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31 Days

Day 16

Keep Your Promises

Words by Scott Woolf

Man keep his word to a group illustration

Each new year is a chance to reinvent ourselves. We vow to eat healthier, spend more time with loved ones, be grateful, and a million other iterations of self-improvement. The refreshed calendar is a blank slate and the peer pressure of New Year's Resolutions has won out yet again. Of course, it's easy to half-heartedly promise ourselves this is the year we sign up for a marathon, go after that new job, or something similarly life-changing. But, what if we focused on ourselves? And not just ourselves and one large accomplishment, but a series of smaller ones that will create positive ripples in every aspect of our lives?

Keep your word.
Operate with intent.
Hold yourself accountable.

Man keep his word to a group illustration

Make this the year of keeping promises to yourself. Let these promises influence your larger goals and allow that broad impact to overflow into every aspect of your life that stands to improve. By keeping your word to yourself, you'll no doubt become a man of integrity that will keep his promises to others as well. But how do you strengthen that proverbial promise muscle? By following this four-part plan.


Write It Down

Visualization is an effective tool for seeing where you want to go. However, visualizing something physical grounds your promises. Write down how you will keep your promise to yourself: a sticky-note on your computer monitor, the back of a picture frame you keep on your desk, a daily calendar reminder as you start your day. Seeing that constant reminder of what you're focusing on will drive your goals home more effectively. This also protects you from moving your own goal posts and lessening your original promise.

If seeing is believing then seeing your goals and promises is believing they are attainable.

Sneakers illustration

Minor Checkpoints

Sneakers illustration

Is getting in better shape an overarching goal in 2024? We're always looking to physically improve ourselves. But, it's the planning and small accomplishments that lead to the larger goal we've promised ourselves. Map out checkpoints and stick to the smaller tasks that swing the momentum in your direction. Don't run five miles by the end of January, run 10 times in January, and increase your distance each time out.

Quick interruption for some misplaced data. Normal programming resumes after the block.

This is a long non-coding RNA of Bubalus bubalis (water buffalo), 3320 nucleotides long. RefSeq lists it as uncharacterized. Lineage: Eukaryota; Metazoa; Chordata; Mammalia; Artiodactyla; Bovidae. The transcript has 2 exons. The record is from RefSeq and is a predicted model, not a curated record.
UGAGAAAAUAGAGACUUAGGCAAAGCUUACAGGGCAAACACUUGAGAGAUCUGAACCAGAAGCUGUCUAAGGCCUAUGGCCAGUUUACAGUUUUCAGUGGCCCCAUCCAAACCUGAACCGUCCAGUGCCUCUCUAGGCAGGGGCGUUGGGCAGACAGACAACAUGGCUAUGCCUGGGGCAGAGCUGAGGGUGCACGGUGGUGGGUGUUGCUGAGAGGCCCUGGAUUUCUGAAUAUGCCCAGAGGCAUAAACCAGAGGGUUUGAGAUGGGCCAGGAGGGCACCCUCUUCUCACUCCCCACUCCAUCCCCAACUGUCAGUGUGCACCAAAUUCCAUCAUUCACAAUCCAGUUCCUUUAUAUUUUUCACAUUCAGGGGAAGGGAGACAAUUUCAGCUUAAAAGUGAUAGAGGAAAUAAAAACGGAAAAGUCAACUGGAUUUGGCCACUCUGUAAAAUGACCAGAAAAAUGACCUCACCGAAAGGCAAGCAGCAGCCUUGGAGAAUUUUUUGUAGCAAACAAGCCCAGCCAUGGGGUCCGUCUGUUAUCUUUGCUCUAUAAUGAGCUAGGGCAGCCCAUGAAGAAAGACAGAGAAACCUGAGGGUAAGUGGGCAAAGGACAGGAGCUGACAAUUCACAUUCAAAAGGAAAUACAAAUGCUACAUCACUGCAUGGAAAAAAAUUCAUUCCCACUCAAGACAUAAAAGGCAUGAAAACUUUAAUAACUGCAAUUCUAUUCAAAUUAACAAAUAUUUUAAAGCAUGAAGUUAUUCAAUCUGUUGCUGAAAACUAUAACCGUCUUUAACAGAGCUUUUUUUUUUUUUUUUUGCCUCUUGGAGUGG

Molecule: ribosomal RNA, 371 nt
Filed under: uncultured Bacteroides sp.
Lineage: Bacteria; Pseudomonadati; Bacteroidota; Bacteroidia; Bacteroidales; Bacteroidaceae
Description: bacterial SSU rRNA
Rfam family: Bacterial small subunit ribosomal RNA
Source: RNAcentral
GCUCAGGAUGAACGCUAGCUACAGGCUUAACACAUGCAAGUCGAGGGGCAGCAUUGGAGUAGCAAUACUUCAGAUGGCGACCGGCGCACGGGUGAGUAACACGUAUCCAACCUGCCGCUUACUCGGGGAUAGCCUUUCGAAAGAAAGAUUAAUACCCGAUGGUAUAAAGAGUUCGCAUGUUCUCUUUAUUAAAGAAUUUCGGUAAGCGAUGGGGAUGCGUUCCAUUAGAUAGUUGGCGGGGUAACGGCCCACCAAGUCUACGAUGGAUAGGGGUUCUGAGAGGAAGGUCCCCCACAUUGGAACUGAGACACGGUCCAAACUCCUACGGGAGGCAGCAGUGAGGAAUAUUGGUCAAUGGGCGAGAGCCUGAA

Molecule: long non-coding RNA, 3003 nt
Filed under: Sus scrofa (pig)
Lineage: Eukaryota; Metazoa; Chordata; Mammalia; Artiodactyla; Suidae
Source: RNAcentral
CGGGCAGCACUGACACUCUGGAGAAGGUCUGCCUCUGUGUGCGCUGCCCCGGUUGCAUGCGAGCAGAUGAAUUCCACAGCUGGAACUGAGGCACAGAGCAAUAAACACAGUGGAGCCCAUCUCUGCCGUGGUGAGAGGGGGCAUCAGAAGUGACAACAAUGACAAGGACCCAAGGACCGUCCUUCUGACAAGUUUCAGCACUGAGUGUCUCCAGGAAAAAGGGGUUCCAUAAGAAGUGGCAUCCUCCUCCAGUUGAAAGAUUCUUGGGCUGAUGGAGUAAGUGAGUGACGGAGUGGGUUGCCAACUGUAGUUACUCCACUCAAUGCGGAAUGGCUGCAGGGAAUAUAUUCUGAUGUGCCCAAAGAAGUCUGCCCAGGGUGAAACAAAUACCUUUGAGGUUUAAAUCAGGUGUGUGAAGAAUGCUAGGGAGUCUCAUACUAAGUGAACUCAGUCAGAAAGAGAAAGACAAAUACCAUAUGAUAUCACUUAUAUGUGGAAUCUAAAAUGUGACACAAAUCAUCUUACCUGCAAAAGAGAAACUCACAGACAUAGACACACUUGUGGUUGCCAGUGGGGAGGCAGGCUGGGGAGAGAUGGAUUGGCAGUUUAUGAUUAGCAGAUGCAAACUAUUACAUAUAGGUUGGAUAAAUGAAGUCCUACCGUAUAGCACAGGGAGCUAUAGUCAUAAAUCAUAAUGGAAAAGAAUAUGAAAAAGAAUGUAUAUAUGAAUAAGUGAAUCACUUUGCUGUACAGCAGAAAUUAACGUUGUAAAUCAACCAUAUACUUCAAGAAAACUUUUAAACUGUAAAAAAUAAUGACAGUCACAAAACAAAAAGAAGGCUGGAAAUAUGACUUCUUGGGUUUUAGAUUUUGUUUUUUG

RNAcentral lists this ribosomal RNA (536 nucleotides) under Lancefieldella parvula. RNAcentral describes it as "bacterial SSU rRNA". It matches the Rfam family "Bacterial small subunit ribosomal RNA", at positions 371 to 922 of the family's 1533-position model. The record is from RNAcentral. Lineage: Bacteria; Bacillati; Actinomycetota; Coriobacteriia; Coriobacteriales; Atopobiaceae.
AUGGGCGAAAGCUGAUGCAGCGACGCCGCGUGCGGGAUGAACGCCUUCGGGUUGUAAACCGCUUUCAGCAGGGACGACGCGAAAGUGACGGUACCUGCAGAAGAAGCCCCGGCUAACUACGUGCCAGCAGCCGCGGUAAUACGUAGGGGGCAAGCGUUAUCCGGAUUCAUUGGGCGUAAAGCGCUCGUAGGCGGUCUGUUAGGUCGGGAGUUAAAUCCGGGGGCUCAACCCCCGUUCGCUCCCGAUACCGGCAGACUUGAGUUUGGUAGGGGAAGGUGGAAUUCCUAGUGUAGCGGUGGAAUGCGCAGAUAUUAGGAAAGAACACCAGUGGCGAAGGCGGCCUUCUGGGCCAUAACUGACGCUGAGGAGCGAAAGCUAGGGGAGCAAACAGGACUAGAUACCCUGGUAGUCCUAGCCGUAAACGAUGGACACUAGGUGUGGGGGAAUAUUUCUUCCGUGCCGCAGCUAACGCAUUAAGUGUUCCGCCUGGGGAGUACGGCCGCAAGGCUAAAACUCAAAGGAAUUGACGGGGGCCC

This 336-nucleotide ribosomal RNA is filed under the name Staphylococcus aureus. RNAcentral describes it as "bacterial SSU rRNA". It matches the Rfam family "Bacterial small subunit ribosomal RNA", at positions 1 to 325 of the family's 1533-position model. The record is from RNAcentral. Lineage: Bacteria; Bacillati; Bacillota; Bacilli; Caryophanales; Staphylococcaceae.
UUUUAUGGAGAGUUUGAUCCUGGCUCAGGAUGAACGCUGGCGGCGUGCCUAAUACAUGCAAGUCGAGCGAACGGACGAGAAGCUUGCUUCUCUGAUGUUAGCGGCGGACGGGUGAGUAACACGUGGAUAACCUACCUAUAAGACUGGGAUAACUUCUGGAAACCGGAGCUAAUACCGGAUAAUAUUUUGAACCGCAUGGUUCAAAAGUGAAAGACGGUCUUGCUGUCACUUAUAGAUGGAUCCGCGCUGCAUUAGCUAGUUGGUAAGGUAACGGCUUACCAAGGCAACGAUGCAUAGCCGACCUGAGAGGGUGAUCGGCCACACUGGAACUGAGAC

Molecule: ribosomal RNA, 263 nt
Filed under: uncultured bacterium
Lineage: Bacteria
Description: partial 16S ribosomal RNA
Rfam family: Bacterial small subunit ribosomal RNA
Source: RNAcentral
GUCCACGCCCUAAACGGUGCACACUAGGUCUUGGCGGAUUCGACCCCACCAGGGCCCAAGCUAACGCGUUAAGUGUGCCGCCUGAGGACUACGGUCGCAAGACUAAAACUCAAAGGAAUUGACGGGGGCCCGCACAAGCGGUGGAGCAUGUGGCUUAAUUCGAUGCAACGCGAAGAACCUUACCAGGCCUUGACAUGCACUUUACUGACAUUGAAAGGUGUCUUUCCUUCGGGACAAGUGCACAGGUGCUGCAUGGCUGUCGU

Regardless of your goal, breaking it down into micro-wins and mapping out the process will help you plan your path.



We're all chasing a dopamine rush. Fortunately, accomplishing goals releases that drug for us. If the quick hit isn't enough to keep you motivated, find other small rewards to act as a carrot dangled above your head. Save a new piece in your closet until you've read to your child before bed three times a week. Keep that new Netflix comedy special in your queue until you've run the 25th mile of the month. As these small rewards pile up—and the effort that went into them compound—and you'll find yourself closer to the goal you've written down.

Don't self-sabotage with cheat meals that set you back. Find perks that complement your goal.

Cheer cone illustration


Cheer cone illustration

You may be keeping promises to yourself, but those promises are surely affecting those around you, too. Your inner circle is (or should be) your biggest gathering of champions. Use it. Share with your partner, your friends, or your mentors your goals. Self-improvement and keeping promises is a personal journey, but the positive influence and encouragement from others is a valuable tool. The most important people in your life support you—and should be supporting your goals, so let them in on your secrets and allow them to keep you in check.

Asking for help isn't a sign of weakness. Allow the people closest to you to provide the nudge of encouragement to stay on track.

The Impact of
Broken Promises

Cross mark illustration

You’ll doubt your abilities. Your friends and loved ones will lose trust in you and at work, coworkers may hesitate to ask you for help, and you might be excluded from future discussions.